Small car topics

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(Concerning cars of under 1,000 c.c.)
Driving the Fiat 127

At times, when the Continental Correspondent and I have been motoring together in one or other of our more staid vintage cars, we have remarked on the lack of stress and strain which this form of driving encompasses, for the simple reason that you progress at a sedate pace, overtaking presenting no anxieties because it so seldom arises and thus the need to anticipate circumstances ahead of one and judge when to pull out and accelerate is left to others. Driving a modern small car often implies just the opposite, minimal acceleration and no great top speed increasing rather than diminishing the strain of driving.

This is far less true of the latest Turin number, the Fiat 127, because this rather remarkable and very acceptable little car, in spite of having only a 903-c.c. push-rod o.h.v. engine under its bonnet, will cruise at an indicated 70 to 75 m.p.h. and also possesses very reasonable pick-up, going from 30 to 50 m.p.h. in 7.4 seconds in third gear, and managing 60 m.p.h. from being stationary in a matter of less than 15 1/2 seconds.

For a very considerable time-span Fiat have been making some most effective small cars—the staunch little petrol-preserving 500, the now defunct, refined 600, the now obsolete 850 range and the more recent Fiat 128. Now Turin has excelled itself, in this field, with the 127.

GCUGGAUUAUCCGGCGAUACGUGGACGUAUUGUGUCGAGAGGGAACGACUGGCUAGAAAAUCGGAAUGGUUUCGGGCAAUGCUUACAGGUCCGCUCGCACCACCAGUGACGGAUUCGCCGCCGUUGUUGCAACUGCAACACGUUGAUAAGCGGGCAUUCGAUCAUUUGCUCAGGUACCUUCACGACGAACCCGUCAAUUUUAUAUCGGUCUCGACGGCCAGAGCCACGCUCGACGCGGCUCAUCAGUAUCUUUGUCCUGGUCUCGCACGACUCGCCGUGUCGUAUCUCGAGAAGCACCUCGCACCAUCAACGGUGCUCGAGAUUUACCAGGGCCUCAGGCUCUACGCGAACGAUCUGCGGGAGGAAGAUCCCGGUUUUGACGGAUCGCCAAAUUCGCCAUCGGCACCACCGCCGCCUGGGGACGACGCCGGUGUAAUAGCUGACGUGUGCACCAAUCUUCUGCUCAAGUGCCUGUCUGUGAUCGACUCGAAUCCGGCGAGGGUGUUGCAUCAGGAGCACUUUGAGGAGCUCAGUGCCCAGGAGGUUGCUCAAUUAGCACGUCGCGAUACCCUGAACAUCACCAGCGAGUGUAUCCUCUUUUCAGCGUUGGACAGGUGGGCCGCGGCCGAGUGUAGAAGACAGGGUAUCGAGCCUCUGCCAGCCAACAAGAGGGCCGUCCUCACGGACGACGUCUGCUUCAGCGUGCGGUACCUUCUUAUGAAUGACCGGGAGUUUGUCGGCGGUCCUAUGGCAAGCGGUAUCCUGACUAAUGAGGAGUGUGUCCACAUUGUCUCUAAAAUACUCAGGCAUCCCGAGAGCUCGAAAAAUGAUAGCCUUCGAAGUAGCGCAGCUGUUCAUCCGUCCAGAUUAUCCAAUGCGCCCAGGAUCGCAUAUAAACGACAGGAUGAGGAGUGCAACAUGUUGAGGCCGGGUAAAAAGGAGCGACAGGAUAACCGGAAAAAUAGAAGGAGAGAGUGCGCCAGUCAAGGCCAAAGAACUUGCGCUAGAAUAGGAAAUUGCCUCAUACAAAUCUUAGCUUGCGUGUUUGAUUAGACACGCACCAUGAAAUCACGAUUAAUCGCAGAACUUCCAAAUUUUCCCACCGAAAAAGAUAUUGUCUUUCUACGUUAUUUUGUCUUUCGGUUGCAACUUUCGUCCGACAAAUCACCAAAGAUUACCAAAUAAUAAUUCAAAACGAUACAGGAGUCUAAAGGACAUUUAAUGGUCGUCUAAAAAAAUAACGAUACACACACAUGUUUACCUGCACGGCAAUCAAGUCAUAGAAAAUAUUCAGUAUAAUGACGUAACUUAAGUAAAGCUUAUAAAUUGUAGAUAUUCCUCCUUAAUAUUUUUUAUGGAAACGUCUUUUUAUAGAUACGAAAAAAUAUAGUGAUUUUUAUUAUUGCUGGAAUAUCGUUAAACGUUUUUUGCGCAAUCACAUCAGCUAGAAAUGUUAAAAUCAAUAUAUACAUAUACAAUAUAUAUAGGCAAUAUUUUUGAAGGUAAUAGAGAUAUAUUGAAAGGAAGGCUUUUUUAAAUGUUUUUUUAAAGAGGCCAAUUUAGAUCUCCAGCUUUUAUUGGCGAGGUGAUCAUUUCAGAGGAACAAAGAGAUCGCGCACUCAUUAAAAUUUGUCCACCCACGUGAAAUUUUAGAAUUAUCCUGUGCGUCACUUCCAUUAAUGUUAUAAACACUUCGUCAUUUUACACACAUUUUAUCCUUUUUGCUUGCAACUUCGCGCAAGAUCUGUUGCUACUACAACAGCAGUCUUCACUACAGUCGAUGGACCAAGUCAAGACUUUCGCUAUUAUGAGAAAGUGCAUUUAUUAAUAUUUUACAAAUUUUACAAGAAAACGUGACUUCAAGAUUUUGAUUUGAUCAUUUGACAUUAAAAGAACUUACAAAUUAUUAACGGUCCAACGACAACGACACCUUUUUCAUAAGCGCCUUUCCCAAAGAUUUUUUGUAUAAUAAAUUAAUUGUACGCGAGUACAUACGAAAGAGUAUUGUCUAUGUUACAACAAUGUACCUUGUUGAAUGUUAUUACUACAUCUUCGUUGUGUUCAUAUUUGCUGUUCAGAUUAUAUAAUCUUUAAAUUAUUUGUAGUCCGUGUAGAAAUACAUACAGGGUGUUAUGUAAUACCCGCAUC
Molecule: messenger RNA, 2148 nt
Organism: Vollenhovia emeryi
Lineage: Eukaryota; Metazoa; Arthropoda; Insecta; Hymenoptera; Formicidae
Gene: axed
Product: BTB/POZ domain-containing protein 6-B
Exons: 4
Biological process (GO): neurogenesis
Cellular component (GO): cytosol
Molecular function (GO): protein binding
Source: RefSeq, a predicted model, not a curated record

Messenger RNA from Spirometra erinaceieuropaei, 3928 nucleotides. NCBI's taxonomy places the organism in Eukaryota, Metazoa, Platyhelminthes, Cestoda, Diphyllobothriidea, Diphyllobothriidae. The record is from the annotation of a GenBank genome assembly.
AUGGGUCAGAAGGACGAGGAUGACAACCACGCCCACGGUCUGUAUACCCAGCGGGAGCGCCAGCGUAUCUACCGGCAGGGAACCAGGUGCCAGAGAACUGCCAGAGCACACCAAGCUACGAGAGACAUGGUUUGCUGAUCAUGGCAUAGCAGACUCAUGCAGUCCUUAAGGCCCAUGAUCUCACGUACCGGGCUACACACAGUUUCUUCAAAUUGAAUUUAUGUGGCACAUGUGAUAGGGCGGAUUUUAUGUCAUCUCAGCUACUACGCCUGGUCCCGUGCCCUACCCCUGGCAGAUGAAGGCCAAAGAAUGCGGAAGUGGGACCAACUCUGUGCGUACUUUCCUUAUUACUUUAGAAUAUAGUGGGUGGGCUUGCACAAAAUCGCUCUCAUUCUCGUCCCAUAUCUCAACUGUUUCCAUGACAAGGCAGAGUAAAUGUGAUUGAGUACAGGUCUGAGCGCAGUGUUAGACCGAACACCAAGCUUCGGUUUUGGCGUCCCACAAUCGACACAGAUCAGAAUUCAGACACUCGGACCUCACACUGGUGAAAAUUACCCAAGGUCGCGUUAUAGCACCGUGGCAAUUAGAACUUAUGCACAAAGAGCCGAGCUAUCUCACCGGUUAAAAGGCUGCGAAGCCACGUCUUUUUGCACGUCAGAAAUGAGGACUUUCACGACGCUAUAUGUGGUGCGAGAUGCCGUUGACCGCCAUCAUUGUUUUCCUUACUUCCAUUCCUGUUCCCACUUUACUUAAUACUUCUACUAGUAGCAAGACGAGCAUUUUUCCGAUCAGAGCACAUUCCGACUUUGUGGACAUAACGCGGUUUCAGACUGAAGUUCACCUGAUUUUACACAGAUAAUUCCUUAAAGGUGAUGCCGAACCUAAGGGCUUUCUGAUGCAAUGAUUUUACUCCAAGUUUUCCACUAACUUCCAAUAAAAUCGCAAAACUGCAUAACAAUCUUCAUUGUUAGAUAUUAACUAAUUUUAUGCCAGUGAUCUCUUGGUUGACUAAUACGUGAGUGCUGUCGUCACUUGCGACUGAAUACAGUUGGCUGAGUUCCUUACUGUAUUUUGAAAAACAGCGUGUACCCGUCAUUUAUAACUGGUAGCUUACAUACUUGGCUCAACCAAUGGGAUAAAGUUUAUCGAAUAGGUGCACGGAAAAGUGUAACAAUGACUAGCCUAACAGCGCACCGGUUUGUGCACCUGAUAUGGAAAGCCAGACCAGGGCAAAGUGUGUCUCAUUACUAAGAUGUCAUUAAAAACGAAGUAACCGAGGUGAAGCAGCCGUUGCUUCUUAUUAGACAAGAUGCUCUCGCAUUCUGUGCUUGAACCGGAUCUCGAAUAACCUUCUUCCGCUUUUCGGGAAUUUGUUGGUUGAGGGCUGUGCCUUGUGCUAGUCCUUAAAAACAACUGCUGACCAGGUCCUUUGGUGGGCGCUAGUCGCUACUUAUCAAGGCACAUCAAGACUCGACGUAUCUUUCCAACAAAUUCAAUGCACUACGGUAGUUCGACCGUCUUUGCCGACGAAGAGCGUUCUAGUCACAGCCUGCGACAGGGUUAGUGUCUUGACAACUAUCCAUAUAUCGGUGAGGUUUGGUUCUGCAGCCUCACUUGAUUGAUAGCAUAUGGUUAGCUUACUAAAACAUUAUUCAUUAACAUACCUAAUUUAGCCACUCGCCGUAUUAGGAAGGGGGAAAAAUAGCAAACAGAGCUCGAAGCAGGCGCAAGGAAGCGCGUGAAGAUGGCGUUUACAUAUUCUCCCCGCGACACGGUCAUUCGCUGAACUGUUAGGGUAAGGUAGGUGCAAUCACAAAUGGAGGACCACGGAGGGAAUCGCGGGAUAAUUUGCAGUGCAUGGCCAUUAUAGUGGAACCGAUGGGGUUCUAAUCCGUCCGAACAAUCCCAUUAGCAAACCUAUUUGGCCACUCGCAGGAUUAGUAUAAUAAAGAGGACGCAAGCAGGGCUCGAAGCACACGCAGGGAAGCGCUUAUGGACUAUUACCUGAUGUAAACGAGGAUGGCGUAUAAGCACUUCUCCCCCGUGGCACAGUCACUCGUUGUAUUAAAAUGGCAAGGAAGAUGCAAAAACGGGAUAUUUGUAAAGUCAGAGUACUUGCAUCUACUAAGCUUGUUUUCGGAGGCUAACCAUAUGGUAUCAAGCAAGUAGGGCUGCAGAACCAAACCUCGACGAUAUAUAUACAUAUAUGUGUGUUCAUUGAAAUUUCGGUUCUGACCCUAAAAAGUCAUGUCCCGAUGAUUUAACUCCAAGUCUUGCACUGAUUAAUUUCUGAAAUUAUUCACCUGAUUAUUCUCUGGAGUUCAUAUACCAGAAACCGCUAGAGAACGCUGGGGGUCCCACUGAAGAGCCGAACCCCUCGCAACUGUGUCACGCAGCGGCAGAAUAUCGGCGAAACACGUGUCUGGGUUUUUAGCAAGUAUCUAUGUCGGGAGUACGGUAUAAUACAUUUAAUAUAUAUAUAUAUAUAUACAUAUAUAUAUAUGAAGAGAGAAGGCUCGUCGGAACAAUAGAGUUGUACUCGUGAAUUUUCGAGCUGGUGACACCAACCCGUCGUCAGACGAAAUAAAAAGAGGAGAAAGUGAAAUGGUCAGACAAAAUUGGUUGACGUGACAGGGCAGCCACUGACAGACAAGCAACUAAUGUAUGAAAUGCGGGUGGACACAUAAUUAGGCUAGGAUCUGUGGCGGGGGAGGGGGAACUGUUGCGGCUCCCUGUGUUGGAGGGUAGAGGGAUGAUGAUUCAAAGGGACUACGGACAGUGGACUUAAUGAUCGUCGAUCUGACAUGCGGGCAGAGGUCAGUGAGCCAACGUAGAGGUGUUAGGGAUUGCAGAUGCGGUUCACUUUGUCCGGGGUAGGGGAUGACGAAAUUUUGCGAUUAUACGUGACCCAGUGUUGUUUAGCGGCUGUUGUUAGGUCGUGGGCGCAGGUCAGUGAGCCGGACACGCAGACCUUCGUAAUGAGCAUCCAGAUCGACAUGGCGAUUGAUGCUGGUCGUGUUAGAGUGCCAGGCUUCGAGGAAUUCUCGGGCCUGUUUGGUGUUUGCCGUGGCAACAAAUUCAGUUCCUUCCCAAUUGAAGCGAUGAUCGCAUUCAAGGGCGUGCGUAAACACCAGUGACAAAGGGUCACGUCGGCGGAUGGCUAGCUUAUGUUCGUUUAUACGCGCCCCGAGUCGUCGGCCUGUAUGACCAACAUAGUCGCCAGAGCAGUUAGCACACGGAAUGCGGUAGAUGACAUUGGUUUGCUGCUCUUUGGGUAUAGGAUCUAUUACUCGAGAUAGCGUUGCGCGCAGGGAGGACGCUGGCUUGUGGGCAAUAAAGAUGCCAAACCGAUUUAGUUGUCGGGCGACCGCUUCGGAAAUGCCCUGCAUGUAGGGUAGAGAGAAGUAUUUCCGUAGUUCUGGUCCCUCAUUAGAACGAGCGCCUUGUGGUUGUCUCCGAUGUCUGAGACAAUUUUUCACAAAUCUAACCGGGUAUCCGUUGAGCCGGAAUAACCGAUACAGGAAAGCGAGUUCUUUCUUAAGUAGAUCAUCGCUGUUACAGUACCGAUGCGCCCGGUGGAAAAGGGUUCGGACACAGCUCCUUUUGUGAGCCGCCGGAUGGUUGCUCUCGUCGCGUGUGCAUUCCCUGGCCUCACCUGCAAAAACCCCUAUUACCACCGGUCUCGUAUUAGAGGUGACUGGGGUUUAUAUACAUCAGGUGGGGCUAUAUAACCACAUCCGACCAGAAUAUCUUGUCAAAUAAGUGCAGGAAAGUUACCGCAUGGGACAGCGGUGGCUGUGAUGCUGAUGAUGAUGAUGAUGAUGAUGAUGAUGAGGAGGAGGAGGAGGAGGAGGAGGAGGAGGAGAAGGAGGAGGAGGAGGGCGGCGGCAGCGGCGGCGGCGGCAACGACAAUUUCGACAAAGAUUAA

This splendid little car follows the Issigonis concept of transverse engine and front-wheel-drive—which Fiat will declare they got onto paper first—but it also utilises MacPherson coil-spring struts all round and a wheelbase of 7 ft. 3/4 in., so that its spacious interior, into which five not-too-bulky adults can sit, is on a par with that of 1,100-c.c. class cars with even more impressive performance. It is thus that the 127’s price of £811.15 should be evaluated, with a look inside its very roomy boot while thus assessing it.

I found, on exchanging the Fiat 124 Special-T reviewed in Motor Sport last month for this 127, that two surprises were in store. The first concerned the considerable quantity of luggage and oddments we stowed so easily in this 11 ft. 9 3/4 in. x 5 ft. vehicle. The second was the ease with which the 127 got along at the legal maximum, so that apart from a frenzied sewing-machine noise from its Fiat 850-type 85 x 88-mm. engine, which gives 47 (DIN) b.h.p. at 6,200 r.p.m., it was not all that tedious in spite of coming along for appraisal immediately after its very quick and desirable larger model and the new Ford Consuls and Granadas. The road-holding, you see, is in keeping although rather severe understeer is promoted by entering acute bends at speed, and the rack-and-pinion steering and disc/drum brakes are so effective as not to call for comment, although the steering is rather low-geared for parking.